This sluggish, nocturnal shark prefers the rocky, algae-spotted shallows of the eastern Pacific Ocean where it ambushes prey and grows to max size of 110 cm (43 inches) long. It is yellow-brown with dark blotches and white spots, with large mouth and eyes on a blunt snout, and lobed fins set back towards its asymmetrical, notched caudal fin. This shark is not aggressive, and when threatened can curve its body into a U-shape and gulp water into its stomach, swelling to almost twice its size and becoming difficult to bite.
This shark is aptly named the “swell shark” due to its ability to swallow large amounts of water, swelling its body to twice its normal size, when threatened by a potential predator.
- English: swell shark, swellshark, puffer shark
- Dutch: swelhaai
- French: holbiche ventru
- German: schwellhai
- Spanish: gato hinchado, pejegato hinchado, tiburón inflado
- Swedish: blåshaj
Importance to Humans
There are no commercial fisheries for the swell shark. However, it is considered bycatch in the commercial lobster and crab traps, gill nets, and trawls. Incidental catches of this species have the potential to threaten this shark due to its age at maturity and the low number of young it produces.
The swell shark is sometimes fished recreationally, however, it is not consumed by humans due to the poor quality of its flesh.
Public display aquarium facilities often include the swell shark in their tanks as it is able to survive captivity for extended periods of time (Castro, 1983).
Danger to Humans
The swell shark is considered harmless, preferring to avoid contact with humans. It only becomes aggressive when stepped on or harassed and may inflict a superficial wound (Castro, 1983).
The swell shark is currently listed as a species of “Least Concern” with the World Conservation Union (IUCN). The IUCN is a global union of states, governmental agencies, and non-governmental organizations in a partnership that assesses the conservation status of species.
The range of the swell shark is limited to the eastern Pacific Ocean from central California (U.S.) to the Gulf of California and southern Mexico and along the coast of central Chile (Compagno, 1984).
This benthic (bottom-dwelling) species resides over continental shelves and upper slopes in temperate and subtropical waters. It can be found to depths of 1,500 feet (457 m), however, it is most common at depths of 16-121 feet (5-37 m). The preferred habitat of the swell shark is rocky, algal covered bottoms. During the day, this small, sluggish shark hides in caves and rocky crevices, camouflaged with its surroundings. As night approaches, the swell shark moves out to adjacent sandy bottoms in search of food. It ambushes prey items or rests quietly on the bottom with its mouth wide open, waiting for an unsuspecting victim. Although the swell shark is primarily a solitary species, it sometimes forms aggregations while resting, with individuals sometimes piled on top of each other (Compagno, 1984).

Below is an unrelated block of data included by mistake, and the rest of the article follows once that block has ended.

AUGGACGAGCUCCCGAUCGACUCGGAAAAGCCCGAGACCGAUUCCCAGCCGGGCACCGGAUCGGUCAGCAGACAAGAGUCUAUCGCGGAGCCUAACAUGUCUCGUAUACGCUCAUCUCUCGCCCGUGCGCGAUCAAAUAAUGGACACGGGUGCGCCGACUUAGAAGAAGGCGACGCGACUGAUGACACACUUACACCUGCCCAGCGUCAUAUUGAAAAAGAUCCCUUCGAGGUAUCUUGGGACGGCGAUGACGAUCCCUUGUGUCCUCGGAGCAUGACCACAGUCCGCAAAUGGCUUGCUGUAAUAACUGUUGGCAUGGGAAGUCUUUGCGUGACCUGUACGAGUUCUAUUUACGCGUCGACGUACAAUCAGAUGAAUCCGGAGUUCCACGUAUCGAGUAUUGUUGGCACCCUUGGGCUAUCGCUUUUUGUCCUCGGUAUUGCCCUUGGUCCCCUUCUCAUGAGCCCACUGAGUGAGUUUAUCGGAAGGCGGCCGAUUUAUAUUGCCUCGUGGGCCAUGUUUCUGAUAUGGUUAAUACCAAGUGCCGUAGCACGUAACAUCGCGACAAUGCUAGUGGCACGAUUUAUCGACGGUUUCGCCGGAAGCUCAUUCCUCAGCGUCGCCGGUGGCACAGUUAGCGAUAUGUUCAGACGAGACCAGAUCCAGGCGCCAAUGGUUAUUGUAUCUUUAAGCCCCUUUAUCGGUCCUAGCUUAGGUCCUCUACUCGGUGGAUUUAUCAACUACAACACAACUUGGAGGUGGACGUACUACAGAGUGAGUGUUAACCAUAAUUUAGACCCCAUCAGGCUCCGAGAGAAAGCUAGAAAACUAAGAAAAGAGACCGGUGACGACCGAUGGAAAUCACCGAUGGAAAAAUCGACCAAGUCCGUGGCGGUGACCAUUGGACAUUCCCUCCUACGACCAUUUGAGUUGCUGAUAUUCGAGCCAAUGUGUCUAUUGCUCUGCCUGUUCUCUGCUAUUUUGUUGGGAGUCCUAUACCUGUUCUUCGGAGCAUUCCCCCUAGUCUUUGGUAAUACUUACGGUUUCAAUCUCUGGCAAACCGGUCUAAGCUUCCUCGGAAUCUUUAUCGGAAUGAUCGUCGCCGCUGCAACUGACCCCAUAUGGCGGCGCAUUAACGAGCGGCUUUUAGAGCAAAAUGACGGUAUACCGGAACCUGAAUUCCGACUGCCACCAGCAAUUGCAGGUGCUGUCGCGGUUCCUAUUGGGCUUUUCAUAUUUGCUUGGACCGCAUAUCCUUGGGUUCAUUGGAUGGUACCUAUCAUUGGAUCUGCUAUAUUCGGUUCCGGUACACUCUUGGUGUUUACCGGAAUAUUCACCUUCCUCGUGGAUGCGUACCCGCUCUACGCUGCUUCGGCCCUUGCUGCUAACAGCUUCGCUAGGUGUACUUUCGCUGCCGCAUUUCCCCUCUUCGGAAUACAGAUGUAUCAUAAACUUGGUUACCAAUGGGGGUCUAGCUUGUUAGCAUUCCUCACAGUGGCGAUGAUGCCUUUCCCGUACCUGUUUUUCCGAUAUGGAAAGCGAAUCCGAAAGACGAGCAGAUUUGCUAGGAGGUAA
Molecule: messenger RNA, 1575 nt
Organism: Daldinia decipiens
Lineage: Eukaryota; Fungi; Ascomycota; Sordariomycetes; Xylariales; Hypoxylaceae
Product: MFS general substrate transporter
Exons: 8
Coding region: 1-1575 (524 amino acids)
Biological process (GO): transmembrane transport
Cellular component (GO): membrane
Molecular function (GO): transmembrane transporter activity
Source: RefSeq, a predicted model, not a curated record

An interesting characteristic of the swell shark is the ability to inflate its stomach with water. When this shark feels threatened, it bends its body into a U-shaped form and grabs its tail fin with its mouth. It then swallows a large amount of water, swelling its body to twice its normal size. This discourages potential predators, making it difficult for the predator to bite or remove the swell shark from a crevice. When the threat passes, the swell shark makes a dog-like bark when expelling the water. If the swell shark is caught and brought to the surface, it can also swell its body with air in the same manner as it does with water (Castro, 1983).
The swell shark has a stout body and a flat, broad head. The snout is short and the mouth is very large, extending behind the large oval-shaped eyes. This shark’s mouth is proportionally larger than the mouth of the white shark (Carcharodon carcharias) (Castro, 1983).
The eyes have nictitating lower eyelids. The gill slits are quite small. The first dorsal fin is well back on the body, originating behind the origins of the pelvic fins. The claspers are stout and short (Compagno, 1984).